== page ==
Hidden Gems:
I’m really bummed I can’t remember more of these as I was playing, because I know there were multiple times when I was like, “Dude, how did I miss that the first time!?” The best example was definitely during one of the infamous elevator rides before I had unlocked everything for Rapid Transit, and the Announcer-Dude over the intercom made a mention of a production of Hamlet to be done by the Elcor.
Image result for elcor hamlet
There’s even a FREAKING FAN MADE POSTER.

Genuine excitement, I laughed so hard after hearing that. Honest confession, I would pay so much money to actually see that happen. Like, holy shit.
Also, in one of the numerous quests that I didn’t realize existed (see below), I discovered an asteroid where I had a view that actually took my breath away. Lit-er-al-ly.
I was so floored, I took a picture and posted it.

All the Quests!
So, based on all the quests that I completed this time around (hint: all of them) and how many I couldn’t remember or had no recollection of whatsoever, obviously I just flew through the main quest without realizing there were side quests to be had. That also explains why I sucked so much the first time at killing things–I didn’t have any practice! And also explained why I absolutely sucked at driving the Mako (I impressed myself by actually decently steering it throughout this playthrough).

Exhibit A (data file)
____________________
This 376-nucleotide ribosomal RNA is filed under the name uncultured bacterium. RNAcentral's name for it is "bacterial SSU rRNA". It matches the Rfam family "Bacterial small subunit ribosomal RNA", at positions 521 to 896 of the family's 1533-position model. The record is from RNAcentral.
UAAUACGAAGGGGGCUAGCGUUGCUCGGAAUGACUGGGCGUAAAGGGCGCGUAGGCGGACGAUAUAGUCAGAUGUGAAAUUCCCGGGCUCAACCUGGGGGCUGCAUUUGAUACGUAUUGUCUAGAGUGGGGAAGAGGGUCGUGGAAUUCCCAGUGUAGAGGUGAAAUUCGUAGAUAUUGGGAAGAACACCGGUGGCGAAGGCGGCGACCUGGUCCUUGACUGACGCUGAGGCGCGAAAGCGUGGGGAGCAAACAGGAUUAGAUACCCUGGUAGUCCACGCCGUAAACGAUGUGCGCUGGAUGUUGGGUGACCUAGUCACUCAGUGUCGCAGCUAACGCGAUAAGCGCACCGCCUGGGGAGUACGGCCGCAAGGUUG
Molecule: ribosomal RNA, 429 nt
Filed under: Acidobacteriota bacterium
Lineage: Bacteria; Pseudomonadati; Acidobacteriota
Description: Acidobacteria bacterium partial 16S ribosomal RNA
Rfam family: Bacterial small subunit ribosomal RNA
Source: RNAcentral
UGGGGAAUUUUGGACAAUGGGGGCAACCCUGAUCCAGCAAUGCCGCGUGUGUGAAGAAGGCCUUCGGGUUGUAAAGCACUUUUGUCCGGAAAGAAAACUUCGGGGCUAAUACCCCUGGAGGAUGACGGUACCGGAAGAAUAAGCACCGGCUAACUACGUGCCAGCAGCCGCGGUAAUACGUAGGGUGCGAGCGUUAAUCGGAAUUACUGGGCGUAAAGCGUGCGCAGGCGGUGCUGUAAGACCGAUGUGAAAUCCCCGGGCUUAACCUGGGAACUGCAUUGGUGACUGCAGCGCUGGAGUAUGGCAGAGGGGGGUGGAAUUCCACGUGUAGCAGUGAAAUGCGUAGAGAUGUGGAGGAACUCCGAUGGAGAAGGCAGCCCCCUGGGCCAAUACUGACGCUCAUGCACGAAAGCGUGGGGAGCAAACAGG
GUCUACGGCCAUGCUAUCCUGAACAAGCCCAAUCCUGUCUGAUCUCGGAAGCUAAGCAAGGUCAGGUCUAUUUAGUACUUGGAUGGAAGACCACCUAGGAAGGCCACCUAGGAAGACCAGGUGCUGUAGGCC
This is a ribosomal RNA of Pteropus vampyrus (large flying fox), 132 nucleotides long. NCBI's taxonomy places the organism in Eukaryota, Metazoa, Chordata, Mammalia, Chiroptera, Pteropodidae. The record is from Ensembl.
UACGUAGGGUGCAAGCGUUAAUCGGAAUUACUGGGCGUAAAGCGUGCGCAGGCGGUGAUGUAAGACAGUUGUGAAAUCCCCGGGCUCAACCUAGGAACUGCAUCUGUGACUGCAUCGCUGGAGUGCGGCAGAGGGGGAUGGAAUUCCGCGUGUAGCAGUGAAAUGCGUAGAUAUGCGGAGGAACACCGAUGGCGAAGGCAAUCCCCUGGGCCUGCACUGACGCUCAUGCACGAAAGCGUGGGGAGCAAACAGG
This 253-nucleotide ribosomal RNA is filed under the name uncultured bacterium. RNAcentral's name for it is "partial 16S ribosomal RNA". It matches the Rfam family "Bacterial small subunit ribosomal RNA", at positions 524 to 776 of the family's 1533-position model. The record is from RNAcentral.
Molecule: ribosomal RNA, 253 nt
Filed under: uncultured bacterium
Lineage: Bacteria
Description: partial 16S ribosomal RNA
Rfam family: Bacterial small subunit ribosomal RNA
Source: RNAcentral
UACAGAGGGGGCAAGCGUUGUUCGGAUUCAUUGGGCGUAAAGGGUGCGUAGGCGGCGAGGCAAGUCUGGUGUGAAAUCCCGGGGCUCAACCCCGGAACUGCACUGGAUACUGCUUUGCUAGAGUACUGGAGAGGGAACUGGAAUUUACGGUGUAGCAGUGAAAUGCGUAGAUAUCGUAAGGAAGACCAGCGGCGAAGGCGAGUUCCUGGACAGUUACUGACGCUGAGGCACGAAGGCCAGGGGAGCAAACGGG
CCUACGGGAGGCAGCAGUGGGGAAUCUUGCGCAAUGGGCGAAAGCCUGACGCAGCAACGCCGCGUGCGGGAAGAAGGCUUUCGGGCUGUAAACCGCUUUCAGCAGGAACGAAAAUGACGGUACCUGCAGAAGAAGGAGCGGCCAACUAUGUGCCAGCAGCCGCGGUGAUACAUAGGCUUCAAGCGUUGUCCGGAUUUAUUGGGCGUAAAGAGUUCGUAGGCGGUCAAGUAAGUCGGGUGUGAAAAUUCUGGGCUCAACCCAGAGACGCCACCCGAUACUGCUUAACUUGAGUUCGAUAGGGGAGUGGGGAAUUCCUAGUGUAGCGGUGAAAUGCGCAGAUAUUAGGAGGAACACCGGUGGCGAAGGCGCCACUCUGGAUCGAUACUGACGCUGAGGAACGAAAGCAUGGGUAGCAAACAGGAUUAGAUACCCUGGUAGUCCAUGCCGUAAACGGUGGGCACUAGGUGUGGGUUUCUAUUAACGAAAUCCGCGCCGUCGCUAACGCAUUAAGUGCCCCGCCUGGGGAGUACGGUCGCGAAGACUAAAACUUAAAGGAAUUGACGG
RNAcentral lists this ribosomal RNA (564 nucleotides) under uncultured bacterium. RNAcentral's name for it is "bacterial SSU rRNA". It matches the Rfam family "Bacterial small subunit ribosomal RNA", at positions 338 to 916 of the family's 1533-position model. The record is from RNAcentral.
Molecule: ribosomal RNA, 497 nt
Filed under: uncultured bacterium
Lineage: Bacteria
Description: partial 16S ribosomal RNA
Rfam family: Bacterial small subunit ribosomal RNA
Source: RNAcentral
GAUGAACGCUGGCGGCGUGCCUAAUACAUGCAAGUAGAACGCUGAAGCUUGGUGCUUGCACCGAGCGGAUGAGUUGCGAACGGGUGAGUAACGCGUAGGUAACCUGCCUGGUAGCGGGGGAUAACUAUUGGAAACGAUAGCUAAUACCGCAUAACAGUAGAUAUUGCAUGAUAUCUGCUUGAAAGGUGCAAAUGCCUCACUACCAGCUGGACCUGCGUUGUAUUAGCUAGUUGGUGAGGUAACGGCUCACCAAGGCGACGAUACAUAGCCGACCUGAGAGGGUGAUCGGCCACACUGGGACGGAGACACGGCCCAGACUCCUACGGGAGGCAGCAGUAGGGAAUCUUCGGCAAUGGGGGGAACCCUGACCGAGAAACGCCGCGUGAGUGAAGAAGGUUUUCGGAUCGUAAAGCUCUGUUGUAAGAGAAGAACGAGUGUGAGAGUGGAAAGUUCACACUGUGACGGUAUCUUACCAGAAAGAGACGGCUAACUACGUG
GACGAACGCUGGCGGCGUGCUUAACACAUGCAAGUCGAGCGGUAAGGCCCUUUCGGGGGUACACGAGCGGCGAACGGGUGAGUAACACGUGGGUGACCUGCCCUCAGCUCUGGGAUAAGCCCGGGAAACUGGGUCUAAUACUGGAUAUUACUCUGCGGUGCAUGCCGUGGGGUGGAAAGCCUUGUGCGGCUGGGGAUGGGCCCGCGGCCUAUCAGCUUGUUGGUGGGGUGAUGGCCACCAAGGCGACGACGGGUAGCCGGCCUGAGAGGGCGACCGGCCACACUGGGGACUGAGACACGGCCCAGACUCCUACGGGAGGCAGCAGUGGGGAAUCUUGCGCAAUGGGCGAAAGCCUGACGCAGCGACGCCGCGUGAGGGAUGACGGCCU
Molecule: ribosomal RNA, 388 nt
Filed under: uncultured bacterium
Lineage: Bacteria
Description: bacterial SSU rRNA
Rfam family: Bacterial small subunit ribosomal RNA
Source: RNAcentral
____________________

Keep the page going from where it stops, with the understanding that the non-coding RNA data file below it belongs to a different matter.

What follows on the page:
Plus, my frantic rushing set me up poorly for the next game. My hatred for and familiarity with Cerberus hadn’t been properly set up, given I hadn’t realized they existed (don’t worry, I hate them with all my core, now). I didn’t talk with my companions enough, so a lot of backstory (like the genophage, for example) was lost on me. I genuinely missed out on so much, simply because of my own mistakes! I’m really glad I went back and played it, as it was totally worth it (and I finally found all the damn Keepers).
All the Feels:
What I love most about BioWare and their games is the way they make me feel. Like, down to my core, feel. I’m so emotionally attached to these characters, this world, my choices, the outcomes; it is probably unhealthy. The first time I played, when it came to the choice at Virmire, I froze. Literally, clutching my controller and staring at the screen like, “Why the HELL would you be asking me to do that?” The first time, I killed Ashley. I was in love with Kaidan (so much for that, the asshole, refusing to barely even talk to me the entire time during ME2 and almost all of ME3! <– I’m still utterly bitter about this). This time, I had to switch it up, even though I was so bummed about it (but I’m going after Garrus romantically and I know if Kaidan was alive, I’d fall right in love with him again, being a creature of habit as far as video game playthroughs go). When Anderson punched Udina, I was elated and fist pumping all over again. When Shepard climbed out of Sovereign’s wreckage, I teared up a little.
Image result for garrus vakarian
^^ BAMF. ^^

I just absolutely love this game.
The Score:
I knew the score was awesome the first time around. It’s still fantastic. It just deserves its own section to make that point obviously known.